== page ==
Major goals for the Watershed are improving water quality, riparian and instream habitat, maintaining a diverse and sustainable populations of native aquatic organisms and improving sportfishing, increasing recreational use and the public's appreciation for streams. Additional fish population sampling and habitat surveys are planned. Fishing regulations will be revised, as needed, and selected stocking will be used to maintain and improve sportfishing. Stream access will be improved, where needed. Cooperative efforts with other resource agencies on water quality and quantity, habitat, and watershed management issues will be critical. Enforcement of existing water quality and other stream related environmental regulations and support for revising existing rules will help reduce violations and improve water quality. Working with other state and federal agencies to promote public awareness and funding cost share programs for best management practices and cooperating with citizen groups and landowners will improve watershed conditions and stream quality.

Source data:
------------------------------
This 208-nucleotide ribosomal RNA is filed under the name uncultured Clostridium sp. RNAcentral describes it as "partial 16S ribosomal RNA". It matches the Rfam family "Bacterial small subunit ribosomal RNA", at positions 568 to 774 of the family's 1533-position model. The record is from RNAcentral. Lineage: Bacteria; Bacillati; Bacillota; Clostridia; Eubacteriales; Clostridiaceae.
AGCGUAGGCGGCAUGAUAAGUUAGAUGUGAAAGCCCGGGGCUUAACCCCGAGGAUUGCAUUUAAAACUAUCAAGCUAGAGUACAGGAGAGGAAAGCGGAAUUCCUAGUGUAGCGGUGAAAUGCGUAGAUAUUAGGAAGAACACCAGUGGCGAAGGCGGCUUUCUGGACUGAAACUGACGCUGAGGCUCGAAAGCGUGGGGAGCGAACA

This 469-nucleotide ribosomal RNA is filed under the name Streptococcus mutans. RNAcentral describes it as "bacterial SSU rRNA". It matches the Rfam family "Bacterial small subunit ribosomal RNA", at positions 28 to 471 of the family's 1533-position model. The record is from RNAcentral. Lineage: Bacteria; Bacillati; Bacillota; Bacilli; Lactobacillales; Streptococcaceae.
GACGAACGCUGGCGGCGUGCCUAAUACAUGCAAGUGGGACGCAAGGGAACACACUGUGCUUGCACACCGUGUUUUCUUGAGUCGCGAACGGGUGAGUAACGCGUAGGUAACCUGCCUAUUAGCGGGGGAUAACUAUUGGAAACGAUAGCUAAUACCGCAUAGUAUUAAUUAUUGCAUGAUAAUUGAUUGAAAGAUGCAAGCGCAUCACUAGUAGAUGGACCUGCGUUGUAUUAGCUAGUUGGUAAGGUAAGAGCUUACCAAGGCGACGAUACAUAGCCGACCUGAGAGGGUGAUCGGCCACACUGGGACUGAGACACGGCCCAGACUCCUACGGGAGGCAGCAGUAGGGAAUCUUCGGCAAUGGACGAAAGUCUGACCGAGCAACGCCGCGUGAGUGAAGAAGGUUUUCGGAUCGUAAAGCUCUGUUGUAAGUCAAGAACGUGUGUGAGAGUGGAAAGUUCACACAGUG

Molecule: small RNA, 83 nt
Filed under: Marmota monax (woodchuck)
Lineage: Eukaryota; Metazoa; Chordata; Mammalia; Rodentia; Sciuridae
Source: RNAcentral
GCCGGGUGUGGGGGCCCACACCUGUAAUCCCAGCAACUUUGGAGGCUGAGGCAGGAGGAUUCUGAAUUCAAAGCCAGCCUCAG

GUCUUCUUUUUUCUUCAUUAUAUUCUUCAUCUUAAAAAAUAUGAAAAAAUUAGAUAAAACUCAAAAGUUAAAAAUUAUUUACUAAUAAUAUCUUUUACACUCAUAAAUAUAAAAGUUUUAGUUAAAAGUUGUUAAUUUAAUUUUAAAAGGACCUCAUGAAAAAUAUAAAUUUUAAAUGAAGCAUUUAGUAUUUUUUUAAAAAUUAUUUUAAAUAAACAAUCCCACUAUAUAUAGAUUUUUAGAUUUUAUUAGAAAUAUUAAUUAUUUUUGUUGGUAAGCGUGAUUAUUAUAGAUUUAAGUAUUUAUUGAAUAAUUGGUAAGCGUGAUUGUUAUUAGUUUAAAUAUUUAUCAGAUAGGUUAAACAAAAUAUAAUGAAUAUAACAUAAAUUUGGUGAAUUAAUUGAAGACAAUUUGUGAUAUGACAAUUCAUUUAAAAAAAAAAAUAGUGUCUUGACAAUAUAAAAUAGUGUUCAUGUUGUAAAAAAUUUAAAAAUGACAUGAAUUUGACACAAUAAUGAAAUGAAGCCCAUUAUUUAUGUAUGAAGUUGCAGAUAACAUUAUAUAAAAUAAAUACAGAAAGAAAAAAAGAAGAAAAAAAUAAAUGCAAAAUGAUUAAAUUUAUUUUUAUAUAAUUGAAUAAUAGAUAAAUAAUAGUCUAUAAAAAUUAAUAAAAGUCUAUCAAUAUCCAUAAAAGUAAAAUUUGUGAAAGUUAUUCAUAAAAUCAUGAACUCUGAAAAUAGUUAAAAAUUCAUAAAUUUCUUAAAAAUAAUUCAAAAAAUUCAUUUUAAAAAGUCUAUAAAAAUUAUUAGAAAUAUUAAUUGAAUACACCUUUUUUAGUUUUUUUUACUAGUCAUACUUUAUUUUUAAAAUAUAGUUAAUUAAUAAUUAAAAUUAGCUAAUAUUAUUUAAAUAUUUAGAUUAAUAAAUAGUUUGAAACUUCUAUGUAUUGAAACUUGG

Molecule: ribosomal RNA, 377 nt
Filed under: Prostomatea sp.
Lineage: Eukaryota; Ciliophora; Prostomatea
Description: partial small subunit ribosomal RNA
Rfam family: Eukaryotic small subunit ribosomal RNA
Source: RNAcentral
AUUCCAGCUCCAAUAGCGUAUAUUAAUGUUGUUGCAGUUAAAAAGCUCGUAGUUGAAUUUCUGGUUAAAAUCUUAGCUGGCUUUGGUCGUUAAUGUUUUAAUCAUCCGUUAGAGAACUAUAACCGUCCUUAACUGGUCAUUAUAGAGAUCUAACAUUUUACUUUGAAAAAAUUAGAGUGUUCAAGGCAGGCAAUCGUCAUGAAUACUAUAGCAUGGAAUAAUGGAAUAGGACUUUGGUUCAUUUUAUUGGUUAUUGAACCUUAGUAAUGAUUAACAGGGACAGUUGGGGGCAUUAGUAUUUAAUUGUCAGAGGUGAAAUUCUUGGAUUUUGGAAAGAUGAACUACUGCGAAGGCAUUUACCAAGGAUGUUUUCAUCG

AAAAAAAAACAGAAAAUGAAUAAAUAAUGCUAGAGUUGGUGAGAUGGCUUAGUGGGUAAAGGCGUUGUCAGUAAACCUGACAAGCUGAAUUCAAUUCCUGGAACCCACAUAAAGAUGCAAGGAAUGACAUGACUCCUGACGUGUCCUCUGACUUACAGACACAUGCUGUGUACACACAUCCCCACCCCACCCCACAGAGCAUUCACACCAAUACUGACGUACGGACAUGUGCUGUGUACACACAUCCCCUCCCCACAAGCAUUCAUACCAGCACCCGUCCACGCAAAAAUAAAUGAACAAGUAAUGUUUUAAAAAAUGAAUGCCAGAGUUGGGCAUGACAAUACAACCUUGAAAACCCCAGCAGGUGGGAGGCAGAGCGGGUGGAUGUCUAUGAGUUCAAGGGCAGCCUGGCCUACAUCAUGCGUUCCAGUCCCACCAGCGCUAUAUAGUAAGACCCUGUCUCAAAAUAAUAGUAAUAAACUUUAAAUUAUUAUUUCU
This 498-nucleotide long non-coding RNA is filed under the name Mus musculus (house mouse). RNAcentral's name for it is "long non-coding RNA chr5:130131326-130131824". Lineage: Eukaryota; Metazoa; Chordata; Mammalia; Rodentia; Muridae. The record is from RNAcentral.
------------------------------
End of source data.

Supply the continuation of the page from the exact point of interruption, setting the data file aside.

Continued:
This information is based on the Pomme de Terre Inventory and Assessment prepared by:
Thomas P. Groshens, Michael A. Bayless and Ronald J. Dent, Jr. 1999. Missouri Department of Conservation
For Additional Information Contact:
Southwest Regional Fisheries Biologists at 2630 N Mayfair, Springfield, MO 65803